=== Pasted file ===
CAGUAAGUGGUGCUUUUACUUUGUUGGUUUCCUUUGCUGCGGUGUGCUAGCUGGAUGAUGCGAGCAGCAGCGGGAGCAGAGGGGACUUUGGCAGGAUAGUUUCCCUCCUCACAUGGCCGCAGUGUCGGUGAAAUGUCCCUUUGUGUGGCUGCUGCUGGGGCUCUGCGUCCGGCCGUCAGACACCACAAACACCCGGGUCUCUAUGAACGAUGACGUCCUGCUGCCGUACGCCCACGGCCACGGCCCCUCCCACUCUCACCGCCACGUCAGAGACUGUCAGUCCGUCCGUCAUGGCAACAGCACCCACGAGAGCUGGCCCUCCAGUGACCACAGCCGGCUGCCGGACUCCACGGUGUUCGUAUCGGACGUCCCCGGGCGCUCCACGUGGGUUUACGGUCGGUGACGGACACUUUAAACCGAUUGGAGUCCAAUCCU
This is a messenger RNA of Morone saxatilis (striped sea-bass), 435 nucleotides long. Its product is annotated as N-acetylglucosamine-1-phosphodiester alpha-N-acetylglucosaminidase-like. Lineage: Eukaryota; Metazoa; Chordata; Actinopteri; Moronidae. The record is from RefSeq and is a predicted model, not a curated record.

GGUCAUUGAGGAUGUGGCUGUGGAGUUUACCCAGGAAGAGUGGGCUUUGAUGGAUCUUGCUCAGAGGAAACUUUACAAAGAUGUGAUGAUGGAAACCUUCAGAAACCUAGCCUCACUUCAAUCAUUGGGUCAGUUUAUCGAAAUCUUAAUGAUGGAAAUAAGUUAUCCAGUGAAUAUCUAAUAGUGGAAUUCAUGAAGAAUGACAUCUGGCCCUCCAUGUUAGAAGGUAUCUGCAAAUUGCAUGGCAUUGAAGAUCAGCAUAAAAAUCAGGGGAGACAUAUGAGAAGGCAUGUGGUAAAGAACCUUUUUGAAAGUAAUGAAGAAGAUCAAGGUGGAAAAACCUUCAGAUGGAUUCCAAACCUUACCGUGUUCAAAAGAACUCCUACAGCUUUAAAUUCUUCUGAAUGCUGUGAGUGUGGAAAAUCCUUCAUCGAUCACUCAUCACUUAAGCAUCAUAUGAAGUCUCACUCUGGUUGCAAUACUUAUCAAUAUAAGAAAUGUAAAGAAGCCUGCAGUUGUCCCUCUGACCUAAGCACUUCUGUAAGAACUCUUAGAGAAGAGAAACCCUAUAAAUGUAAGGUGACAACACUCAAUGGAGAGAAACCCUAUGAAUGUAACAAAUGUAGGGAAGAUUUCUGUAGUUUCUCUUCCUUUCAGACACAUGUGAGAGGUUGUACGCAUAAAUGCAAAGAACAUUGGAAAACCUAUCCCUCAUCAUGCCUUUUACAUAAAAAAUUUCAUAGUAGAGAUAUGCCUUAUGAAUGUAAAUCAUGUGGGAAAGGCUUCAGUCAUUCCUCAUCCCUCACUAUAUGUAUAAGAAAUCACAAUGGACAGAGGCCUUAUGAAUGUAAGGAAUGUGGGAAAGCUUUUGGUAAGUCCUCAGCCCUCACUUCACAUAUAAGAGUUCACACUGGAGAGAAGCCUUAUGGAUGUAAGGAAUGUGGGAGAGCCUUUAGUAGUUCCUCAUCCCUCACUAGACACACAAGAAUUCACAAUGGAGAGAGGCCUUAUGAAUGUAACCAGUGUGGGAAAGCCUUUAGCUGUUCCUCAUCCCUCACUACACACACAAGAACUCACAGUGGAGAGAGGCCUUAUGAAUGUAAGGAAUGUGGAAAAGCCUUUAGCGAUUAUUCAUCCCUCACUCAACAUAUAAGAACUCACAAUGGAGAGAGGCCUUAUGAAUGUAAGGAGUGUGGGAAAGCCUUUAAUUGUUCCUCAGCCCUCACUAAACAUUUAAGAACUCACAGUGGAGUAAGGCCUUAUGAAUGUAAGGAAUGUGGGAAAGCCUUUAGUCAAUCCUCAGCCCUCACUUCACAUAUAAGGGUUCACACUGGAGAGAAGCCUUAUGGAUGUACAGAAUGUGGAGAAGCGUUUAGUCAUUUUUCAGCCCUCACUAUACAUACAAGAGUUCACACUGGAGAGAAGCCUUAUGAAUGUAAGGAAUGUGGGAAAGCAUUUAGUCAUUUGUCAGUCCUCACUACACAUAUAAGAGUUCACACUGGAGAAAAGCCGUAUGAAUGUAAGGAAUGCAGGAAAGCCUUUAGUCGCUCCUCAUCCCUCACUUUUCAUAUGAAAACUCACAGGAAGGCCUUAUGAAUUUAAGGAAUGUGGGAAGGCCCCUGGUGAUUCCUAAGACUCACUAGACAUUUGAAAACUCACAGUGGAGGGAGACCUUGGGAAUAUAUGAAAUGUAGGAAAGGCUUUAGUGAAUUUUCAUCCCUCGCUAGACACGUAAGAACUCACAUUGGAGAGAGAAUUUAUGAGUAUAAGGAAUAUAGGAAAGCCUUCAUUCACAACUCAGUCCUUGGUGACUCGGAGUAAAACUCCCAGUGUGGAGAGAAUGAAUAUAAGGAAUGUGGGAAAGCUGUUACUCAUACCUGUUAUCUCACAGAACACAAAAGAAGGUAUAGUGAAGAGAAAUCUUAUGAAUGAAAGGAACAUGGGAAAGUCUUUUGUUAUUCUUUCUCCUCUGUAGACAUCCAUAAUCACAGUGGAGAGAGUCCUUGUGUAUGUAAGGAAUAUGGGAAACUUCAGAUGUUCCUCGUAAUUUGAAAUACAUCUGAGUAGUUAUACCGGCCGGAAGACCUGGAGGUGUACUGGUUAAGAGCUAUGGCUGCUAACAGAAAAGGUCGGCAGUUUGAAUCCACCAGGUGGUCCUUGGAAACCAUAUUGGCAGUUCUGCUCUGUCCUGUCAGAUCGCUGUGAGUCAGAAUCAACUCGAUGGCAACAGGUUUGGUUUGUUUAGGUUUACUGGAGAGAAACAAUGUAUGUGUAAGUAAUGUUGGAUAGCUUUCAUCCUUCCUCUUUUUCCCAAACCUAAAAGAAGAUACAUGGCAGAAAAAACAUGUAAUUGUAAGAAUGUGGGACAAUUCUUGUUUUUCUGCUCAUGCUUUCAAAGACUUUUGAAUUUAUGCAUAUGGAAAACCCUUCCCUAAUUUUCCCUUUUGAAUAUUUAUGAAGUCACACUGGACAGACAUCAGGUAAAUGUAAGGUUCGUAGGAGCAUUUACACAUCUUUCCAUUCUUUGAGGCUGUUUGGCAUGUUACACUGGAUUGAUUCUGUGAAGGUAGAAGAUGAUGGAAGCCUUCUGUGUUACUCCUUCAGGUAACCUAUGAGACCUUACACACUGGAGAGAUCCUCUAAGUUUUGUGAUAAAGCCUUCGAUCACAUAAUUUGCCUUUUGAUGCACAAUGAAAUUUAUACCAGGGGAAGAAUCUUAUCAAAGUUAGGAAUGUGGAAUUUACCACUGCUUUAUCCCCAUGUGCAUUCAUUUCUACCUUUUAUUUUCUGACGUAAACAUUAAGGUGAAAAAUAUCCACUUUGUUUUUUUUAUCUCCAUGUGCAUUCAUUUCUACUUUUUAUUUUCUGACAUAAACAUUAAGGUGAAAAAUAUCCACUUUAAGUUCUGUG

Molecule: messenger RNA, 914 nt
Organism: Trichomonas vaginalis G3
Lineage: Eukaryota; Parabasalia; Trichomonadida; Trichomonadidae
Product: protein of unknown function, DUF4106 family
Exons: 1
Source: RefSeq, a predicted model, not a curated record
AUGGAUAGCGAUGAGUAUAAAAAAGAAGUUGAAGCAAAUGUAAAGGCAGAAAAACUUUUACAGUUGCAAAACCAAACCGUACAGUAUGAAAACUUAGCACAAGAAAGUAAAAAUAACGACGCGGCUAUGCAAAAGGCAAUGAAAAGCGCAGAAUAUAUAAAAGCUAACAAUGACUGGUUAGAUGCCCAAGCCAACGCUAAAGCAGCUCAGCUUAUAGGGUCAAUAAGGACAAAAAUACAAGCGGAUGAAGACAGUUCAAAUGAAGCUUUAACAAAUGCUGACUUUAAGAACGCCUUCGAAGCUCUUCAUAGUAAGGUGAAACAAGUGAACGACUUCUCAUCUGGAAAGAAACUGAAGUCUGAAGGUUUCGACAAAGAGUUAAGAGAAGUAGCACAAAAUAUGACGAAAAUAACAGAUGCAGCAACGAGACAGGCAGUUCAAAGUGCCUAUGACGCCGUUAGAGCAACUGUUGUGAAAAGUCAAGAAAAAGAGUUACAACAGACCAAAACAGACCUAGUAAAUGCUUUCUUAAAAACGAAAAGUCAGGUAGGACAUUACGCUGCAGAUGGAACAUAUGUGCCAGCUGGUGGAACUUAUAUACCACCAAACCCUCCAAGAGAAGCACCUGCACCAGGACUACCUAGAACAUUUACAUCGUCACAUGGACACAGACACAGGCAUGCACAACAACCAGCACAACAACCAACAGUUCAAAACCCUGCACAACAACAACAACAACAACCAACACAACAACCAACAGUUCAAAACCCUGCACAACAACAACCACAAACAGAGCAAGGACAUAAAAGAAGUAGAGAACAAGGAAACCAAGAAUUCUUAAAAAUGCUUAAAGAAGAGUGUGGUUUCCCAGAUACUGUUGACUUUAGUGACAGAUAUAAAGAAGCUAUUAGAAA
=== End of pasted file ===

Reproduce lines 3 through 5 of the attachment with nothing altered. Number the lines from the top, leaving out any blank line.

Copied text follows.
GGUCAUUGAGGAUGUGGCUGUGGAGUUUACCCAGGAAGAGUGGGCUUUGAUGGAUCUUGCUCAGAGGAAACUUUACAAAGAUGUGAUGAUGGAAACCUUCAGAAACCUAGCCUCACUUCAAUCAUUGGGUCAGUUUAUCGAAAUCUUAAUGAUGGAAAUAAGUUAUCCAGUGAAUAUCUAAUAGUGGAAUUCAUGAAGAAUGACAUCUGGCCCUCCAUGUUAGAAGGUAUCUGCAAAUUGCAUGGCAUUGAAGAUCAGCAUAAAAAUCAGGGGAGACAUAUGAGAAGGCAUGUGGUAAAGAACCUUUUUGAAAGUAAUGAAGAAGAUCAAGGUGGAAAAACCUUCAGAUGGAUUCCAAACCUUACCGUGUUCAAAAGAACUCCUACAGCUUUAAAUUCUUCUGAAUGCUGUGAGUGUGGAAAAUCCUUCAUCGAUCACUCAUCACUUAAGCAUCAUAUGAAGUCUCACUCUGGUUGCAAUACUUAUCAAUAUAAGAAAUGUAAAGAAGCCUGCAGUUGUCCCUCUGACCUAAGCACUUCUGUAAGAACUCUUAGAGAAGAGAAACCCUAUAAAUGUAAGGUGACAACACUCAAUGGAGAGAAACCCUAUGAAUGUAACAAAUGUAGGGAAGAUUUCUGUAGUUUCUCUUCCUUUCAGACACAUGUGAGAGGUUGUACGCAUAAAUGCAAAGAACAUUGGAAAACCUAUCCCUCAUCAUGCCUUUUACAUAAAAAAUUUCAUAGUAGAGAUAUGCCUUAUGAAUGUAAAUCAUGUGGGAAAGGCUUCAGUCAUUCCUCAUCCCUCACUAUAUGUAUAAGAAAUCACAAUGGACAGAGGCCUUAUGAAUGUAAGGAAUGUGGGAAAGCUUUUGGUAAGUCCUCAGCCCUCACUUCACAUAUAAGAGUUCACACUGGAGAGAAGCCUUAUGGAUGUAAGGAAUGUGGGAGAGCCUUUAGUAGUUCCUCAUCCCUCACUAGACACACAAGAAUUCACAAUGGAGAGAGGCCUUAUGAAUGUAACCAGUGUGGGAAAGCCUUUAGCUGUUCCUCAUCCCUCACUACACACACAAGAACUCACAGUGGAGAGAGGCCUUAUGAAUGUAAGGAAUGUGGAAAAGCCUUUAGCGAUUAUUCAUCCCUCACUCAACAUAUAAGAACUCACAAUGGAGAGAGGCCUUAUGAAUGUAAGGAGUGUGGGAAAGCCUUUAAUUGUUCCUCAGCCCUCACUAAACAUUUAAGAACUCACAGUGGAGUAAGGCCUUAUGAAUGUAAGGAAUGUGGGAAAGCCUUUAGUCAAUCCUCAGCCCUCACUUCACAUAUAAGGGUUCACACUGGAGAGAAGCCUUAUGGAUGUACAGAAUGUGGAGAAGCGUUUAGUCAUUUUUCAGCCCUCACUAUACAUACAAGAGUUCACACUGGAGAGAAGCCUUAUGAAUGUAAGGAAUGUGGGAAAGCAUUUAGUCAUUUGUCAGUCCUCACUACACAUAUAAGAGUUCACACUGGAGAAAAGCCGUAUGAAUGUAAGGAAUGCAGGAAAGCCUUUAGUCGCUCCUCAUCCCUCACUUUUCAUAUGAAAACUCACAGGAAGGCCUUAUGAAUUUAAGGAAUGUGGGAAGGCCCCUGGUGAUUCCUAAGACUCACUAGACAUUUGAAAACUCACAGUGGAGGGAGACCUUGGGAAUAUAUGAAAUGUAGGAAAGGCUUUAGUGAAUUUUCAUCCCUCGCUAGACACGUAAGAACUCACAUUGGAGAGAGAAUUUAUGAGUAUAAGGAAUAUAGGAAAGCCUUCAUUCACAACUCAGUCCUUGGUGACUCGGAGUAAAACUCCCAGUGUGGAGAGAAUGAAUAUAAGGAAUGUGGGAAAGCUGUUACUCAUACCUGUUAUCUCACAGAACACAAAAGAAGGUAUAGUGAAGAGAAAUCUUAUGAAUGAAAGGAACAUGGGAAAGUCUUUUGUUAUUCUUUCUCCUCUGUAGACAUCCAUAAUCACAGUGGAGAGAGUCCUUGUGUAUGUAAGGAAUAUGGGAAACUUCAGAUGUUCCUCGUAAUUUGAAAUACAUCUGAGUAGUUAUACCGGCCGGAAGACCUGGAGGUGUACUGGUUAAGAGCUAUGGCUGCUAACAGAAAAGGUCGGCAGUUUGAAUCCACCAGGUGGUCCUUGGAAACCAUAUUGGCAGUUCUGCUCUGUCCUGUCAGAUCGCUGUGAGUCAGAAUCAACUCGAUGGCAACAGGUUUGGUUUGUUUAGGUUUACUGGAGAGAAACAAUGUAUGUGUAAGUAAUGUUGGAUAGCUUUCAUCCUUCCUCUUUUUCCCAAACCUAAAAGAAGAUACAUGGCAGAAAAAACAUGUAAUUGUAAGAAUGUGGGACAAUUCUUGUUUUUCUGCUCAUGCUUUCAAAGACUUUUGAAUUUAUGCAUAUGGAAAACCCUUCCCUAAUUUUCCCUUUUGAAUAUUUAUGAAGUCACACUGGACAGACAUCAGGUAAAUGUAAGGUUCGUAGGAGCAUUUACACAUCUUUCCAUUCUUUGAGGCUGUUUGGCAUGUUACACUGGAUUGAUUCUGUGAAGGUAGAAGAUGAUGGAAGCCUUCUGUGUUACUCCUUCAGGUAACCUAUGAGACCUUACACACUGGAGAGAUCCUCUAAGUUUUGUGAUAAAGCCUUCGAUCACAUAAUUUGCCUUUUGAUGCACAAUGAAAUUUAUACCAGGGGAAGAAUCUUAUCAAAGUUAGGAAUGUGGAAUUUACCACUGCUUUAUCCCCAUGUGCAUUCAUUUCUACCUUUUAUUUUCUGACGUAAACAUUAAGGUGAAAAAUAUCCACUUUGUUUUUUUUAUCUCCAUGUGCAUUCAUUUCUACUUUUUAUUUUCUGACAUAAACAUUAAGGUGAAAAAUAUCCACUUUAAGUUCUGUG

Molecule: messenger RNA, 914 nt
Organism: Trichomonas vaginalis G3